Here in North America, we’ve standardized on using 120 volt AC power in our homes and (most of) businesses. This is usually provided by the familiar wall plug found in every home and office. In electric car parlance, a 120v charger is known as Level 1 charging station. Now, 120v is relatively safe voltage in the home but it’s not enough juice to efficiently charge an electric car. Thus, Level 1 charging is the slowest way to recharge your car, taking 20 hours or more to charge a completely empty battery pack. On the plus side, 120v outlets are ubiquitous: you can almost always find one. They Also, keep in mind that you’ll rarely need to charge a completely empty pack, so you’ll almost never have to wait 20 hours.
Level 2 charging
Because 120v is not an efficient way to move electrons, our power companies combine two channels (called buses) of 120v to provide 240v. Chargers that can provide 240v are known as Level 2 charging stations and are much more efficient at charging. The Nissan Leaf only supports the slower, Level 1 charge, while the Focus Electric can use both Level 1 and Level 2 charging.
The chargers themselves are now built into the vehicles. The Leaf has a 3.3kw charger while the Focus has a 6.6kw charger. Thus, the Focus can charge quite a bit faster than the Leaf when using a Level 2 charging station.
A week of insight
What have we learned after driving it for a week?
It’s fun to drive. I affectionately call the Focus the “spaceship” because of its smooth acceleration and space-age dashboard. Rather than engine noise, one hears a quiet whirring sound from the motor.
It’s economical. I made a quick calculation of the cost of electricity as fuel versus gasoline. In essence, our fuel costs should be one tenth of what they were with gasoline. It should cost less than $.20 a day to drive the Focus Electric. That’s pretty amazing. And no oil changes, ever.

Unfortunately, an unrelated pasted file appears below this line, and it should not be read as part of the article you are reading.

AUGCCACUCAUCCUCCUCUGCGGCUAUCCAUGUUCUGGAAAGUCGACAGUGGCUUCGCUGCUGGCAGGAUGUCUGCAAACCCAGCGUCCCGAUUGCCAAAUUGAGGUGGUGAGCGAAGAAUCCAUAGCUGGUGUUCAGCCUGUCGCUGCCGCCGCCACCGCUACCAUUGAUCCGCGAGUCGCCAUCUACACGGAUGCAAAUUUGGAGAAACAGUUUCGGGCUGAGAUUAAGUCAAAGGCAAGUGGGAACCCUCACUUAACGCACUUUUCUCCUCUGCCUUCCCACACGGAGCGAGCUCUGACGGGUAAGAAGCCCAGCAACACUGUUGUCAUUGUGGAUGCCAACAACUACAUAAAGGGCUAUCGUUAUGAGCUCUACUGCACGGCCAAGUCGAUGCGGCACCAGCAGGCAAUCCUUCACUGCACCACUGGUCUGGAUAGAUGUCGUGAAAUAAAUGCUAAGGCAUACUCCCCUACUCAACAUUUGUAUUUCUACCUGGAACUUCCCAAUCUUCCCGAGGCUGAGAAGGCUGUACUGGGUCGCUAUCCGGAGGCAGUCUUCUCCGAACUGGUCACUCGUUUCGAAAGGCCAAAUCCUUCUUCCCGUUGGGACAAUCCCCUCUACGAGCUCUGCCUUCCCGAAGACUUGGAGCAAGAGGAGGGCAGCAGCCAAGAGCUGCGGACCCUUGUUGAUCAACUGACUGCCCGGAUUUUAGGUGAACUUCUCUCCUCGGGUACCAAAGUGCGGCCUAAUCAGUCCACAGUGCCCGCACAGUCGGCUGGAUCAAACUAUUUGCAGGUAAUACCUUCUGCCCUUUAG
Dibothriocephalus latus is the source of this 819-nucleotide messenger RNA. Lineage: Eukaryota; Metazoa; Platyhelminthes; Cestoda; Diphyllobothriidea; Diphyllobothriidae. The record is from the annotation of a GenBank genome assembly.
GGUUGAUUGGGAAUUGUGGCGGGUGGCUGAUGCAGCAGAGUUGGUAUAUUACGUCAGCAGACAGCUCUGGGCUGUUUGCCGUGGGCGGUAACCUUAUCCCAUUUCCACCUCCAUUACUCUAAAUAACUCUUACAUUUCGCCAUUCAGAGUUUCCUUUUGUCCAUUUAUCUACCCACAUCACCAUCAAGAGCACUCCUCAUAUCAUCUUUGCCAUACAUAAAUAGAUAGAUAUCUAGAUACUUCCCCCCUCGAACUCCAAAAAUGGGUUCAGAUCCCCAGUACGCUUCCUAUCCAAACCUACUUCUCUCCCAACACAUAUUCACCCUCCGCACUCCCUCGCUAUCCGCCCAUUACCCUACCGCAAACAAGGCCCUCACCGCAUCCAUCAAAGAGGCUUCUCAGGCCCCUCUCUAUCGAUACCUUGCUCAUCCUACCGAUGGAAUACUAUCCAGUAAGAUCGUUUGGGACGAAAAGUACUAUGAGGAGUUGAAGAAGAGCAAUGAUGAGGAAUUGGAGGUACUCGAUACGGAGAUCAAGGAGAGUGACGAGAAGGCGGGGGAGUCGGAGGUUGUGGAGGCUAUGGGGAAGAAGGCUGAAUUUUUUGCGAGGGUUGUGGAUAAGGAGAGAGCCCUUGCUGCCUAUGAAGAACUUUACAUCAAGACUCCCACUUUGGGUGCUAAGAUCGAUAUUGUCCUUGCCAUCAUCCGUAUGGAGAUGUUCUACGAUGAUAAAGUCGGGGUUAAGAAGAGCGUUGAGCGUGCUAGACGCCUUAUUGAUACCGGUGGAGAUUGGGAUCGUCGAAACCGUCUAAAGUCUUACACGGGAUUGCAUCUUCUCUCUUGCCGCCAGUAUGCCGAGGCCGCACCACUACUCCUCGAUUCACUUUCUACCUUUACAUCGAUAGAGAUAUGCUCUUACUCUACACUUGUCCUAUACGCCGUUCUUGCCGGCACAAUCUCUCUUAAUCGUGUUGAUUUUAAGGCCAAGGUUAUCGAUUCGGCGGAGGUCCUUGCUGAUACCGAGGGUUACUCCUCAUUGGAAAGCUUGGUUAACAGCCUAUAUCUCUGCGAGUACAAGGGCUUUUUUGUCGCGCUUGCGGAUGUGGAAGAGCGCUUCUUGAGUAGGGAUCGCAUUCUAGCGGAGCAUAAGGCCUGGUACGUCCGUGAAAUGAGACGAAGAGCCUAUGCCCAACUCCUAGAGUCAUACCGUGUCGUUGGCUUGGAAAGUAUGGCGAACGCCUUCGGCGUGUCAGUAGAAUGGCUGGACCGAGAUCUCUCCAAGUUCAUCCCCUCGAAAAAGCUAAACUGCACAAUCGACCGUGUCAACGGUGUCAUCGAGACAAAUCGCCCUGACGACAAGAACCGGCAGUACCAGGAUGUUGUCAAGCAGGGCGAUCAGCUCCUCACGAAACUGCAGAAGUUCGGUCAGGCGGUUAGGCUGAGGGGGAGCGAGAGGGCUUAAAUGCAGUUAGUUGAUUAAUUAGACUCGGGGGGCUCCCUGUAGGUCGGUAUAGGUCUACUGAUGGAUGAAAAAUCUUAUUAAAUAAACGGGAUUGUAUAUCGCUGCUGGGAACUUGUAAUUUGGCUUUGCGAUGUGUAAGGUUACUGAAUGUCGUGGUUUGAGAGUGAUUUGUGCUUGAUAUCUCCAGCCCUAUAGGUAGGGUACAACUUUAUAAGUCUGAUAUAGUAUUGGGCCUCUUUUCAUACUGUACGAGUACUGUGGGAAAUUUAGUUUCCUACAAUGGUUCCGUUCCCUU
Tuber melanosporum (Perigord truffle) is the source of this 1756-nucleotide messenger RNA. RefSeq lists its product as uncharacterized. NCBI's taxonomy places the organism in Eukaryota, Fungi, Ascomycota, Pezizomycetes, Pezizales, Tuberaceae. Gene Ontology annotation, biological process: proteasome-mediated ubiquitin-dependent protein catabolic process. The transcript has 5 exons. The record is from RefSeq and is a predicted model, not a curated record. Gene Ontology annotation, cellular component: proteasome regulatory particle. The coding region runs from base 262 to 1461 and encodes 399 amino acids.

It’s clean. Electric cars don’t leak oil. They don’t produce fumes. Their owners never have to dirty their hands at a gas pump, and if you choose to run one in your garage you won’t keel over from carbon monoxide poisoning because it doesn’t produce any.
It does have a few downsides, however.
The battery packs are big. As an electric car build on a gasoline car frame, the space once available in the gasoline version of the Ford Focus gets taken up by large battery packs. One is under the rear seat and the other takes up most of the trunk.
No spare tire. See above. Ford’s solution is to include a small air pump and patching kit. Fortunately, Ford offers free roadside service. I’ve also sprung for an “aftermarket” product that patches tires. So far we haven’t had to use either solution.
The battery packs are heavy. Ford reinforced the rear shocks on the Focus Electric to compensate, but the car still weighs as much as a minivan. Fortunately, it doesn’t really drive like it.
Air conditioning and heat sap your battery. The HVAC system is powered by the same battery that powers the car’s traction, so when you bump the thermostat you also sap your driving range. This isn’t such a big deal in gas-powered cars. The Focus Electric can “pre-condition” itself while it’s still in the garage and plugged in, though, keeping your battery fresh for the actual driving.
Overall, we’re thrilled with the Focus Electric. Kelly and I fight over who gets to drive it. We’ve not come remotely close to draining it yet, with several trips under our belts. I’ll be sure to post more about it as we progress in our electric car journey, but I can confidently say that it’s time more people caught on to the magic of electric cars!